THE “lights could go out” over Scotland unless new power stations are built in the next two years to ward off a looming electricity crisis, the head of one of Scotland’s most successful companies has warned Alex Salmond.

    Rupert Soames, chief executive of power supply firm Aggreko, told the First Minister that the National Grid will lose a third of its capacity by 2018 as a string of nuclear, gas and oil-fired power stations across the UK are retired – including several in Scotland.

    Mr Soames claimed that no other industrialised country in the world is at risk of losing so much of its energy supply at the same time – and without a realistic back-up plan.

    He urged both the Scottish and UK governments to postpone green energy targets by a decade. Unless “the concrete is poured” on a new fleet of power stations within the next two years, Mr Soames warned, “we will be in serious danger of the lights going out”.

    His warning came as British Gas announced it will increase bills by an average of 7 per cent from 10 December. British Gas blamed rising wholesale prices.

    “There is a danger in some quarters (in Scotland] of believing that if you wish things to be true, they will be true,” he told an audience of MSPs and business leaders at the annual Business in the Parliament conference in Edinburgh. He said: “Scotland might wish to be a major exporter of renewable energy to Europe, and might wish to see an interconnector built across the North Sea, but does anyone really believe that we can get one built in the next ten years?”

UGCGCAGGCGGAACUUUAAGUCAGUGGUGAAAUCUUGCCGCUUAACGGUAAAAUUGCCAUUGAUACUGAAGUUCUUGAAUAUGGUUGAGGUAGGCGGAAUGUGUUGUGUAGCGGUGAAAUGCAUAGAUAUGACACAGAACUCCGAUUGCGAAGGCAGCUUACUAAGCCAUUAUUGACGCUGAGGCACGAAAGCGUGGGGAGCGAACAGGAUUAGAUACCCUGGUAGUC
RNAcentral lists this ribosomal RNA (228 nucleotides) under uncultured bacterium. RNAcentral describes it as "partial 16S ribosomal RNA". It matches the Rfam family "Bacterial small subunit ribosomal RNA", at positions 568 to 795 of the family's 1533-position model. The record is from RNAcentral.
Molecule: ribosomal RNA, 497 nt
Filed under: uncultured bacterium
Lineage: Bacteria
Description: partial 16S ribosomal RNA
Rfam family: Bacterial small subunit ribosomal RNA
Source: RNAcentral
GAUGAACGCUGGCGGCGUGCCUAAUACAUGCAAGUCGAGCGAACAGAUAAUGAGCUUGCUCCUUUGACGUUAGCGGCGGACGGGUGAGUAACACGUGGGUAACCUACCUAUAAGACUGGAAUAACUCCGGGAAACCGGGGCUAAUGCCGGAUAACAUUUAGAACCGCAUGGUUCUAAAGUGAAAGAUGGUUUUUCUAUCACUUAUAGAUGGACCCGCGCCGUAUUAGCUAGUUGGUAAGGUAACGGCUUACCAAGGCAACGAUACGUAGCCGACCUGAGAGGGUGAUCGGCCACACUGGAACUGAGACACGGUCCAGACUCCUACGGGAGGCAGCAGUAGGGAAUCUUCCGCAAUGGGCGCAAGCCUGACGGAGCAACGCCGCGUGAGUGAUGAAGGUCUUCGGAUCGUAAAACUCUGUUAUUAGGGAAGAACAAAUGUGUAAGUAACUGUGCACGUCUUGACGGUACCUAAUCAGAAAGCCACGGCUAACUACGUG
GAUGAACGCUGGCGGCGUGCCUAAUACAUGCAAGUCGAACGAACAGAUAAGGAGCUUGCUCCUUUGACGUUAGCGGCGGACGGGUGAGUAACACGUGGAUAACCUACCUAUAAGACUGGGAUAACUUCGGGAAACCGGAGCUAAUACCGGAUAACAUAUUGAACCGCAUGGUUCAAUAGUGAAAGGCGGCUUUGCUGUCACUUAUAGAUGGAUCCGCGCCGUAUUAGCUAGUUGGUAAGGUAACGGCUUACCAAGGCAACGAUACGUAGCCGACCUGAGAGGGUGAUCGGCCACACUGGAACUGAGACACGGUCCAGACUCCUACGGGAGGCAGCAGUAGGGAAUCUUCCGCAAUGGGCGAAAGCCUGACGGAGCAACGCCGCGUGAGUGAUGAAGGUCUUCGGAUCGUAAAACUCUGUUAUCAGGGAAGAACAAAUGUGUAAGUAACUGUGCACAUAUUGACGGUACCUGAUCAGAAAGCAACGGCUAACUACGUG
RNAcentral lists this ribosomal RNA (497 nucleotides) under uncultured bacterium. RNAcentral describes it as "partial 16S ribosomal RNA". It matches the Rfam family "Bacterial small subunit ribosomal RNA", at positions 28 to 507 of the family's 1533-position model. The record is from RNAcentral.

5. “clean high-tech jobs” Another piece of greenie propaganda. But nobody ever names these jobs or least not many.

    The new clean high-tech jobs will be in Asia not here beause this is where the manufacturing will be done.

  6. re: Scottsman srticle
    It amazes me how the likes of some of these NGO’s and gov’t officials can believe in a mid-term goal of 100% sustainable energy from renewable sources.

    And wind and solar are going to get us there?
    Reminds me of the scene in Solent Green where Charton Heston is peddling an exersise bike to power a lightbulb.

    I guess electricity will be a luxury for the few in the not so distant future :O

    Time to rig up my own DIY windmill and exercise turbine me thinks…lol